It is a sign that we may be the only ones playing the 'new politics' game, but I'm intrigued by the mutterings coming out of the Conservative right wing, and the conjecturing of the supposedly intellectual media that there will be some sort of deal between Liberal Democrats and Conservatives before the next General Election, perhaps even a merger.
Intrigued because I find myself wondering which Liberal Democrats they are talking to when journalists write this stuff. Nobody ever talks to me about electoral pacts or merger, either within the Party or without. That could be because none of us are interested - we're Liberal Democrats, not Conservatives or Labour. If we were either of the other two, we'd have joined, after all, it's so much easier to get on in the 'ugly sisters', with their safe seats, relatively vast resources and cosy media supporters.
No, for those of us for whom ideology or philosophy is important, being a Liberal Democrat is a matter of what is in our intellectual DNA. And so, presuming anyone was daft enough to propose a closer working relationship with the Conservative Party, I would expect it to be rejected by our Conference overwhelmingly.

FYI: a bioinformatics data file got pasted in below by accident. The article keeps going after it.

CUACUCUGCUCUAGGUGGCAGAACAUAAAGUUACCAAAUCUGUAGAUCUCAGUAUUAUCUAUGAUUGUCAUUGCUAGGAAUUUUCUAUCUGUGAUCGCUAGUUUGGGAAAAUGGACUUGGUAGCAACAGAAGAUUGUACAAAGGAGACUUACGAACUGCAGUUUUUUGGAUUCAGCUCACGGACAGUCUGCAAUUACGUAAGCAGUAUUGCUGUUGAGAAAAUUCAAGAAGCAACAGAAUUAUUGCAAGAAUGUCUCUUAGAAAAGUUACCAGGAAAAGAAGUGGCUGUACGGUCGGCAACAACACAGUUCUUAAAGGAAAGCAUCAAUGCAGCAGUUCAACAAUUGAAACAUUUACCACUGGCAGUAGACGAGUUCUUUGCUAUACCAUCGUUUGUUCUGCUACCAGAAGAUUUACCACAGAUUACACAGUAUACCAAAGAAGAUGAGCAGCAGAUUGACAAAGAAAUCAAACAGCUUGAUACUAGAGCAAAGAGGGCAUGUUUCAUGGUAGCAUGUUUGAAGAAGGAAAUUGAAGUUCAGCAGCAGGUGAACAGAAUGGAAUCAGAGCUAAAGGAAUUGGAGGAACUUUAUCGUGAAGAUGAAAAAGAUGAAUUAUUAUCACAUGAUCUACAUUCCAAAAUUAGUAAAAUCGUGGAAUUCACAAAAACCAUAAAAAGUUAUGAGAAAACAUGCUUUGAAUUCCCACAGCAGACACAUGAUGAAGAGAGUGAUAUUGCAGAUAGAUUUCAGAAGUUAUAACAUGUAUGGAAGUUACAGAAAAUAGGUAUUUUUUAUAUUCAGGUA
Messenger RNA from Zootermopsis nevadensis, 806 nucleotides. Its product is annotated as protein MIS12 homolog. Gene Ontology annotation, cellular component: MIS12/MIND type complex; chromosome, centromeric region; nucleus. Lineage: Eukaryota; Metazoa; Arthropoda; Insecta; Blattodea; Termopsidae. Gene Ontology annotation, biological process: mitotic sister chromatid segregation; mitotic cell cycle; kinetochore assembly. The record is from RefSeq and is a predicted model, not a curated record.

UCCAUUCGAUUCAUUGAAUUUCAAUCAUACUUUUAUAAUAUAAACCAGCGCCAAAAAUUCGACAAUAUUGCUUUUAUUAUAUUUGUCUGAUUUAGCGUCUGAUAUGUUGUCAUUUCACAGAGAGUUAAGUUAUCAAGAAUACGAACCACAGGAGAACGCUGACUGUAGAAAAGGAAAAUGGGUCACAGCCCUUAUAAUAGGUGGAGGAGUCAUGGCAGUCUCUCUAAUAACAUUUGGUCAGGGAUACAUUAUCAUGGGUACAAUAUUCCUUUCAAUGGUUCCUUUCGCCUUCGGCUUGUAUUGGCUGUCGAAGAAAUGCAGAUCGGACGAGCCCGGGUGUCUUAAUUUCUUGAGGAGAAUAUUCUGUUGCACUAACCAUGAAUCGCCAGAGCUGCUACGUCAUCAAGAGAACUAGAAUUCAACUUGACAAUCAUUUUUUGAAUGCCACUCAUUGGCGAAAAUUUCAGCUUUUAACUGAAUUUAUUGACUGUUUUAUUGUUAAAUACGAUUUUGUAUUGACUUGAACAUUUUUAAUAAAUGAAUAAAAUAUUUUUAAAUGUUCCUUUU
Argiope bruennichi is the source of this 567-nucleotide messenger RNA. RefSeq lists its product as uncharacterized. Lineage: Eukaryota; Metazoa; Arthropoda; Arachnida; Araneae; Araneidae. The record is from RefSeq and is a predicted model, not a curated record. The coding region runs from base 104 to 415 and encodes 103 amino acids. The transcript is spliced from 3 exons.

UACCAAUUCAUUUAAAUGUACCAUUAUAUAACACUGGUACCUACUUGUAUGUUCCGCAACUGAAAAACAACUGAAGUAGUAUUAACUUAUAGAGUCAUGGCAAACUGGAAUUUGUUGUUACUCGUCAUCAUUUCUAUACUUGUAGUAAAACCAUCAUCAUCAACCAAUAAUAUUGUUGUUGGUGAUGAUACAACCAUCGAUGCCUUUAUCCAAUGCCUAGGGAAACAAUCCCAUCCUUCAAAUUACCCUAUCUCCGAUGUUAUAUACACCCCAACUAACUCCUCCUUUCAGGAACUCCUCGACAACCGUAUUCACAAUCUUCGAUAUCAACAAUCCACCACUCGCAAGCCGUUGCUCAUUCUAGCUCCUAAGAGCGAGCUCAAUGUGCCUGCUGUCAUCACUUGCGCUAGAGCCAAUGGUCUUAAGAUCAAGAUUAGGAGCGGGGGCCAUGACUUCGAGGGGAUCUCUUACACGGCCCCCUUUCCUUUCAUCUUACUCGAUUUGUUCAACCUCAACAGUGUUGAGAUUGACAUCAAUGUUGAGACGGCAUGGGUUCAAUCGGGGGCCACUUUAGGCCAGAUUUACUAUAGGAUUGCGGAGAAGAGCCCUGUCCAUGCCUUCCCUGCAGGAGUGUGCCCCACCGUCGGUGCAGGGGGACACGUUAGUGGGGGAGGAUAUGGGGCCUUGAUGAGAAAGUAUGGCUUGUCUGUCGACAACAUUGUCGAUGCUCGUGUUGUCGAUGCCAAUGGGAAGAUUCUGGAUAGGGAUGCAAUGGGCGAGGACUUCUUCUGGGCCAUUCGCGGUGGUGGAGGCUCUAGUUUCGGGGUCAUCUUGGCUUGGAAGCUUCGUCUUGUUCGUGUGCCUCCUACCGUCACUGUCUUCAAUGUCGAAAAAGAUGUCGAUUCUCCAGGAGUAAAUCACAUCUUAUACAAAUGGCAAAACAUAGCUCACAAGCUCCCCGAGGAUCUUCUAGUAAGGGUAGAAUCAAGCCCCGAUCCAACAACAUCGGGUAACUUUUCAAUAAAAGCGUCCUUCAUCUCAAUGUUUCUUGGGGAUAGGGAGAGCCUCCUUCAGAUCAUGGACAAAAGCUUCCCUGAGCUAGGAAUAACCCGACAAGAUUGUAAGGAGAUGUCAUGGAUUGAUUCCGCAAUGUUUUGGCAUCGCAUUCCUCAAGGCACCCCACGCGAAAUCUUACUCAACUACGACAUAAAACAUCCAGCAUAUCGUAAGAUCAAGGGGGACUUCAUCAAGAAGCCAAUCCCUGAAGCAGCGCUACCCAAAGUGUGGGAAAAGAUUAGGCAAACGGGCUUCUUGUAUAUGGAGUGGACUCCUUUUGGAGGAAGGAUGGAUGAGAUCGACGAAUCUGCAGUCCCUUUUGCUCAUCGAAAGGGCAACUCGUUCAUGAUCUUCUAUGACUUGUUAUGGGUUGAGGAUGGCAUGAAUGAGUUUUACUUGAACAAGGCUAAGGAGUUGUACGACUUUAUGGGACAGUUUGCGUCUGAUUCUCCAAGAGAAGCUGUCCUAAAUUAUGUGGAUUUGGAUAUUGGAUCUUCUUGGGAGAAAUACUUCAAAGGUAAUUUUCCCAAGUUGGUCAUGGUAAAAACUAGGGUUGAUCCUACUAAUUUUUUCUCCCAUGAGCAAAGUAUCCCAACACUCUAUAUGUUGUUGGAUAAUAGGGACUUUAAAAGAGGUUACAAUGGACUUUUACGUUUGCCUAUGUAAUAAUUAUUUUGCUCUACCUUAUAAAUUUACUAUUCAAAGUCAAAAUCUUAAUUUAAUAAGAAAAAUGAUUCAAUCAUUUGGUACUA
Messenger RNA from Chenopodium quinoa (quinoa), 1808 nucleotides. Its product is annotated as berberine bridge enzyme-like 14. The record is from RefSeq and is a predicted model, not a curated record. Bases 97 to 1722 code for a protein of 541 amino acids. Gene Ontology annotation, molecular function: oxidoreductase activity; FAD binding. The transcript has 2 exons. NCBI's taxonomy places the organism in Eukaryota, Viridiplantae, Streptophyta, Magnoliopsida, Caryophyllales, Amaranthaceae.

And that is where all the intellectual waffle runs into the sand. Yes, I acknowledge that, in the Conservative Party, the idea that members and activists are consulted on big decisions is almost absurd. They're used to doing what the Leader tells them to do, without questioning why. But Liberal Democrats are different. We're argumentative, analytical, and sometimes, as far as our leaders are concerned, a pain in the neck. But it's our Party and not theirs.
For the most part, that is respected, even if it is discomforting. It's the reason why, at every Conference, we have a debate that is presented as a potential rebuff to the leadership, generally by journalists who haven't bothered to do anything more the peremptory research. And we debate, and passions are raised, and at the end we say "goodbye, see you next year". It's about mutual respect, when all is said and done.
So, until we see on a Federal Executive or Federal Conference agenda an item on closer working relationships with another Party, relax, it won't happen. And, if that day comes, and the Party votes to go along with it (both astonishingly big ifs, I'd say), they is clearly a body of people who would go off and form a continuing Liberal Democrat Party. And I'd probably be one of them...